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Thursday - October 18, 2018

In my view, the Christian religion is the most important and one of the first things in which all children, under a free government ought to be instructed... No truth is more evident to my mind than that the Christian religion must be the basis of any government intended to secure the rights and privileges of a free people.
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1828 Noah Webster Dictionary
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1828.mshaffer.comSEARCHING -word- for [head]

Your search query [ head ] returned 123 results.
ID Word Definition

1421

ahead
[.] AHEAD, adv. Ahed', [a and head, or at head.] [.] 1. Further forward than another thing; in front; originally a sea term, denoting further forward than another ship, or on the point to which the stem is directed, in opposition to astern. [.] 2. Onward; forward; ...

3764

arrow-head
[.] AR'ROW-HEAD, n. [.] 1. The head of an arrow. [.] 2. Sagittaria; a genus of aquatic plants, so called from the resemblance of the leaves to the point of an arrow.

3937

ass-head
[.] 'ASS-HEAD, n. [ass and head.] One dull, like the ass; one slow of apprehension; a blockhead.

5020

bareheaded
[.] BA'REHEADED, [See Head.] Having the head uncovered, either from respect or other cause.

5021

bareheadedness
[.] BAREHEADEDNESS, n. State of being bareheaded.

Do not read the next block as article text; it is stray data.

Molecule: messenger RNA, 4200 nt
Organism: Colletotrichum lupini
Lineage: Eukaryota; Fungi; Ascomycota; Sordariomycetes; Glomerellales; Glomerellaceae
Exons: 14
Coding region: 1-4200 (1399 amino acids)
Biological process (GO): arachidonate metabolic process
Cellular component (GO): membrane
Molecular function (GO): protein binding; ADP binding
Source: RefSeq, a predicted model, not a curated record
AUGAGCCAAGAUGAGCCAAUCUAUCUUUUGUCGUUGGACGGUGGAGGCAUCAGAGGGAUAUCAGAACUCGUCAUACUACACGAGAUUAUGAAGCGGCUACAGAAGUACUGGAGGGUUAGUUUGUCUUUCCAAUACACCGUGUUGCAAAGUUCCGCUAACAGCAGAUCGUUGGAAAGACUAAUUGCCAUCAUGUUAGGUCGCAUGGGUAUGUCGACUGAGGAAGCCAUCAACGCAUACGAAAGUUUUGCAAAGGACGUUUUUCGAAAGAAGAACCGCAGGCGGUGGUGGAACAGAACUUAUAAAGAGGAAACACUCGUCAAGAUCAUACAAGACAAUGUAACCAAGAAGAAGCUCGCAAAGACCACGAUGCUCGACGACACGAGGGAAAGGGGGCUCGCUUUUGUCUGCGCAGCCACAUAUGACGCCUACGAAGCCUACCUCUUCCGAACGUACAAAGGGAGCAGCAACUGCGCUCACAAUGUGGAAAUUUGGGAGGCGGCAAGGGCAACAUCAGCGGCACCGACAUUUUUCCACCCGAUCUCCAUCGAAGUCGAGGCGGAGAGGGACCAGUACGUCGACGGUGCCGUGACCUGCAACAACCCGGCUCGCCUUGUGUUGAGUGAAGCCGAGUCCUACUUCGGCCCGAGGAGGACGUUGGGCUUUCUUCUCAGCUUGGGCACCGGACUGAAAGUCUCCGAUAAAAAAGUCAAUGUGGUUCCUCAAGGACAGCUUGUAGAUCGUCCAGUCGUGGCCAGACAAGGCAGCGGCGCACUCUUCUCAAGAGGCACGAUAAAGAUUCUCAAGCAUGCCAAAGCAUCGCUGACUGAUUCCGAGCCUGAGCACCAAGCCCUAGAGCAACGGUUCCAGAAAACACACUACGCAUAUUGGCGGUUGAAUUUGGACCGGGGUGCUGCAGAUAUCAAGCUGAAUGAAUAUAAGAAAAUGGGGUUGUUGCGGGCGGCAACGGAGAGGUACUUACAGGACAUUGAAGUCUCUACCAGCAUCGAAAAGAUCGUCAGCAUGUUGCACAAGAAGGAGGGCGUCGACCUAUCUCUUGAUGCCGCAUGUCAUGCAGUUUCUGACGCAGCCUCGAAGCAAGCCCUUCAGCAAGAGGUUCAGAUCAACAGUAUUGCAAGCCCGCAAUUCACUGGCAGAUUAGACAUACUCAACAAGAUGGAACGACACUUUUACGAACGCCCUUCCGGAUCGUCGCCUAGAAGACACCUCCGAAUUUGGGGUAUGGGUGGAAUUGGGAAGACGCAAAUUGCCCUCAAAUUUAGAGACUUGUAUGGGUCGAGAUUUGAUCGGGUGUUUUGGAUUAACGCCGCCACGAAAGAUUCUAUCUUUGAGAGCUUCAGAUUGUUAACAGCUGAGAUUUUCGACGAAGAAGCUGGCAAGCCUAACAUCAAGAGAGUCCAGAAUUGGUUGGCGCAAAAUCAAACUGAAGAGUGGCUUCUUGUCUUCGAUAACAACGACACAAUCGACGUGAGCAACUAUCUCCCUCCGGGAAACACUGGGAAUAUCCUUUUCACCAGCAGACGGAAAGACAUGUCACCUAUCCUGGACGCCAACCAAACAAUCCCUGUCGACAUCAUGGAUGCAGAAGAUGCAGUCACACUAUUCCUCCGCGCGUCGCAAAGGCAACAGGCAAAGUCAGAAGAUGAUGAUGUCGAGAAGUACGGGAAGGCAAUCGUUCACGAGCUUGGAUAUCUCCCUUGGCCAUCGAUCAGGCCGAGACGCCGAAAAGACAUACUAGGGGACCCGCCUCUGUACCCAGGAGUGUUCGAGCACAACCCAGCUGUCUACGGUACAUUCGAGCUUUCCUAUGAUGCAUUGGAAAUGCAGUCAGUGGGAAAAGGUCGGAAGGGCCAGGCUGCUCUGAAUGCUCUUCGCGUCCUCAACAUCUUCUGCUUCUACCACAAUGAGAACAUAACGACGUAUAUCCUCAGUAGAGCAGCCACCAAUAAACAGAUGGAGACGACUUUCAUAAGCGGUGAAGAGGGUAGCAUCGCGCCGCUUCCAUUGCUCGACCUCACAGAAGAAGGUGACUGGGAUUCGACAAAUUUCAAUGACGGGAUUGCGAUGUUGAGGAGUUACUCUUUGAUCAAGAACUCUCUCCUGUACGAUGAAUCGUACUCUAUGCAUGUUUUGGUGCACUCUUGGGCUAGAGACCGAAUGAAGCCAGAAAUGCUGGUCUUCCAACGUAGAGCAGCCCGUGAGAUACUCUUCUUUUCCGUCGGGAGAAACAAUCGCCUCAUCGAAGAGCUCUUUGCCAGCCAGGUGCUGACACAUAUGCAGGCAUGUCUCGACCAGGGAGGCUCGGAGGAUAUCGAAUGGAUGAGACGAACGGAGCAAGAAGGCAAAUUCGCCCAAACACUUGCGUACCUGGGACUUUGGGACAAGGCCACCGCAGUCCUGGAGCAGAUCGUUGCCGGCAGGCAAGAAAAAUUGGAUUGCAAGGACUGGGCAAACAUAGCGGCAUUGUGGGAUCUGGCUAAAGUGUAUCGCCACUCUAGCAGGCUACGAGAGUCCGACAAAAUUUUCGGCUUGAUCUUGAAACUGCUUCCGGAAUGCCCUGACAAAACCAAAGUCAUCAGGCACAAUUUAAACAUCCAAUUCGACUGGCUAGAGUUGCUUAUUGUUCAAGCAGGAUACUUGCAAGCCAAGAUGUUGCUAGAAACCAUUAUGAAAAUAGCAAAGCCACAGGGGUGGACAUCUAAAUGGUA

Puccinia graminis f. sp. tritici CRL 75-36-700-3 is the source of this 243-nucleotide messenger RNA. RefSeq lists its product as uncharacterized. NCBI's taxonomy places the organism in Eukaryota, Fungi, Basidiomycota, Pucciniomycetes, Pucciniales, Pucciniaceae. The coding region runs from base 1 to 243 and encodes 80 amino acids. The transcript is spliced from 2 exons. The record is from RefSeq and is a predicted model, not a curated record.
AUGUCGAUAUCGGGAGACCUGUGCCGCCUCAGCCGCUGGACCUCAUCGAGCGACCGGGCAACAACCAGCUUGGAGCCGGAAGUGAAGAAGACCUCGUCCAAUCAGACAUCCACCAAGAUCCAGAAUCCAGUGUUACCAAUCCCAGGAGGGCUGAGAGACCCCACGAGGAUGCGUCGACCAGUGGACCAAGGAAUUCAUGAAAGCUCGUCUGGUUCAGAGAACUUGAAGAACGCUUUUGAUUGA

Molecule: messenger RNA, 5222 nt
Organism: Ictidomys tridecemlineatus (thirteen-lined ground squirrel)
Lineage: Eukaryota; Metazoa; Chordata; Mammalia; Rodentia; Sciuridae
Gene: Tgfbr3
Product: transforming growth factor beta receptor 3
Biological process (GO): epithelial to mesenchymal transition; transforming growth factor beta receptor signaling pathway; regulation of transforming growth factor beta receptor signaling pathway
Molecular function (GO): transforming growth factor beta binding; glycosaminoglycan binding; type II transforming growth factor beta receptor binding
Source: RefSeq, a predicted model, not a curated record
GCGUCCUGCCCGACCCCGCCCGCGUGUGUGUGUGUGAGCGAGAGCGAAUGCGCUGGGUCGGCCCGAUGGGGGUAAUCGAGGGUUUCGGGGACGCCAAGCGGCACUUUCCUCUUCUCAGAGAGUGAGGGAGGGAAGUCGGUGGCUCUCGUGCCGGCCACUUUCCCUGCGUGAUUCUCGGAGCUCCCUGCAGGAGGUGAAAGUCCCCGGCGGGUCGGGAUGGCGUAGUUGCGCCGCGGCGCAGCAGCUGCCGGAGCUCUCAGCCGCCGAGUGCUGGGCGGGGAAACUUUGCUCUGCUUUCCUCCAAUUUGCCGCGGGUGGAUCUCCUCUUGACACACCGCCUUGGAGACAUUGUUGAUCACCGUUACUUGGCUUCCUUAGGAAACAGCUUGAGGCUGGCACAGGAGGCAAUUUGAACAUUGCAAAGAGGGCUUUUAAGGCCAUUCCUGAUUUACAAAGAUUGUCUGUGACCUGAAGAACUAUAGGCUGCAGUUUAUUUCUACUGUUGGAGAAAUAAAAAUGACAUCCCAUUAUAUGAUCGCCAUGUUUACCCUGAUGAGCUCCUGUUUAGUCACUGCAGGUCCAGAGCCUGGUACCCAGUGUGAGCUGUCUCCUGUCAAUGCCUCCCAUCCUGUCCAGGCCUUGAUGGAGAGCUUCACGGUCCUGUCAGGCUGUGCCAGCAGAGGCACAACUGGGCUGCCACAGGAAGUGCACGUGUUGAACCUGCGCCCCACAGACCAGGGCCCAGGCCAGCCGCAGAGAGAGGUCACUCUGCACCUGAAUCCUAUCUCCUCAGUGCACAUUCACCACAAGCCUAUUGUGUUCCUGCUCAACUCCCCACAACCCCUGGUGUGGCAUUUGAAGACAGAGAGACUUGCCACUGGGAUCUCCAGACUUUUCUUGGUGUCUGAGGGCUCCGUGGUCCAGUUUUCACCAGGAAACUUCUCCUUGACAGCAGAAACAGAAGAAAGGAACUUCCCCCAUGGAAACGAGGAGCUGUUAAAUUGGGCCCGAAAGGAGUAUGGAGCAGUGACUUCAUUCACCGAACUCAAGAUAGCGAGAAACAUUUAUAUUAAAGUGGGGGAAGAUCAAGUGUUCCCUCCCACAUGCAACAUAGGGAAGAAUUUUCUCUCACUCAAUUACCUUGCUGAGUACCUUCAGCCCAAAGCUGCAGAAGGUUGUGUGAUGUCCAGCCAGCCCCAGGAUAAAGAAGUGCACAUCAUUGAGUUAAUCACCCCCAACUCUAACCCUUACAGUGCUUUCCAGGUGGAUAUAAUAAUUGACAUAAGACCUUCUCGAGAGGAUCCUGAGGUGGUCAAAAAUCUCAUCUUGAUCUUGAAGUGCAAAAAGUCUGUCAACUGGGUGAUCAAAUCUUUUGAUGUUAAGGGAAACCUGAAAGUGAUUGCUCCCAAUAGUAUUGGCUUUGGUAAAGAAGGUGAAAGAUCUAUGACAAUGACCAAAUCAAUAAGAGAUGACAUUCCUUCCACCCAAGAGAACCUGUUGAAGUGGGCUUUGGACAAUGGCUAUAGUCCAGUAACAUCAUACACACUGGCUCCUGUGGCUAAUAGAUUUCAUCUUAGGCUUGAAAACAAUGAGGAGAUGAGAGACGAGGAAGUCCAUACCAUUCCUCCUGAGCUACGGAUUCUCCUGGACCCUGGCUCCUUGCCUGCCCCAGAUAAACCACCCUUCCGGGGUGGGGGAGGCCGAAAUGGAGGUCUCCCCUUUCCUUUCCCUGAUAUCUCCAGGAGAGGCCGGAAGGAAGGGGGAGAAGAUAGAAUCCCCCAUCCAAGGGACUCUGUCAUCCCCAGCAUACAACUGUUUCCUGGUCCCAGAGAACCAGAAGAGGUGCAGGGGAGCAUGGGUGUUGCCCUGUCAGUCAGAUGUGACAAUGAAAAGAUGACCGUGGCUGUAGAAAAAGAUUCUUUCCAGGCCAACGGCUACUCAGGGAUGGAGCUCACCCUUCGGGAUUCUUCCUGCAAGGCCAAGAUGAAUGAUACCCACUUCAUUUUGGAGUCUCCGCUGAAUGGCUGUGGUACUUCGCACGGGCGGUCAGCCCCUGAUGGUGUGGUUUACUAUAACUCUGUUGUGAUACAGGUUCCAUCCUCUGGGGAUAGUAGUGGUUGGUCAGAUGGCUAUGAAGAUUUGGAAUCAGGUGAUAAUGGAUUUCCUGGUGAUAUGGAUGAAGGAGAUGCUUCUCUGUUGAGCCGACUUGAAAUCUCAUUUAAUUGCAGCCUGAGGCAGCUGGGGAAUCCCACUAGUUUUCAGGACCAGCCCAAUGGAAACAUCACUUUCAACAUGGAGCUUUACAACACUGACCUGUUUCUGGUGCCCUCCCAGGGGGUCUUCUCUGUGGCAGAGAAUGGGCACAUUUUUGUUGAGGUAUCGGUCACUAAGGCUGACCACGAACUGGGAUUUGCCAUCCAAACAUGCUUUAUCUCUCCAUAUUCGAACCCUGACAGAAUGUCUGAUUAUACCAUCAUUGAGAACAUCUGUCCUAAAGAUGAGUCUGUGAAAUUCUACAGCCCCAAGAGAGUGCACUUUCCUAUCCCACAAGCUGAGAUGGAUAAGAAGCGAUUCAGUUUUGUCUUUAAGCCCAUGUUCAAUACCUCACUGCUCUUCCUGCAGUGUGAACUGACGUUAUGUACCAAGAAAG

5522

beetle-head
[.] BEE'TLE-HEAD, n. [beetle and head.] A stupid fellow.

5523

beetle-headed
[.] BEE'TLE-HEADED, a Having a head like a beetle; dull; stupid.

5596

behead
[.] BEHEAD', v.t. behed'. [be and head.] [.] To cut off the head; to sever the head from the body, with a cutting instrument; appropriately used of the execution of men for crimes.

5597

beheaded
[.] BEHEAD'ED, pp. behed'ed. Having the head cut off.

5598

beheading
[.] BEHEAD'ING, ppr. behed'ing. Severing the head from the body. [.] BEHEAD'ING,n. behed'ing. The act of separating the head from the body by a cutting instrument; decollation.

6523

blockhead
[.] BLOCK'HEAD, n. [block and head.] A stupid fellow; a dolt; a person deficient in understanding.

6524

blockheaded
[.] BLOCK'HEADED, a. Stupid; dull.

6525

blockheadly
[.] BLOCK'HEADLY, a. Like a blockhead.

6619

blunderhead
[.] BLUN'DERHEAD, n. [blunder and head.] A stupid fellow; one who blunders.

6747

bolt-head
[.] BOLT-HEAD, n. [bolt and head.] A long straight-necked glass vessel for chimical distillations, called also a matrass or receiver.

6998

bountihead
[.] BOUN'TIHEAD, n. Goodness.

7625

buffle-head
[.] BUFF'LE-HEAD, n. [buffle and head.] One who has a large head.

7626

buffle-headed
[.] BUFF'LE-HEADED, a. Having a large head, like a buffalo; dull; stupid; foolish.

7664

bulk-head
[.] BULK'-HEAD, n. [bulk and head.] A partition in a ship made with boards, to form separate apartments.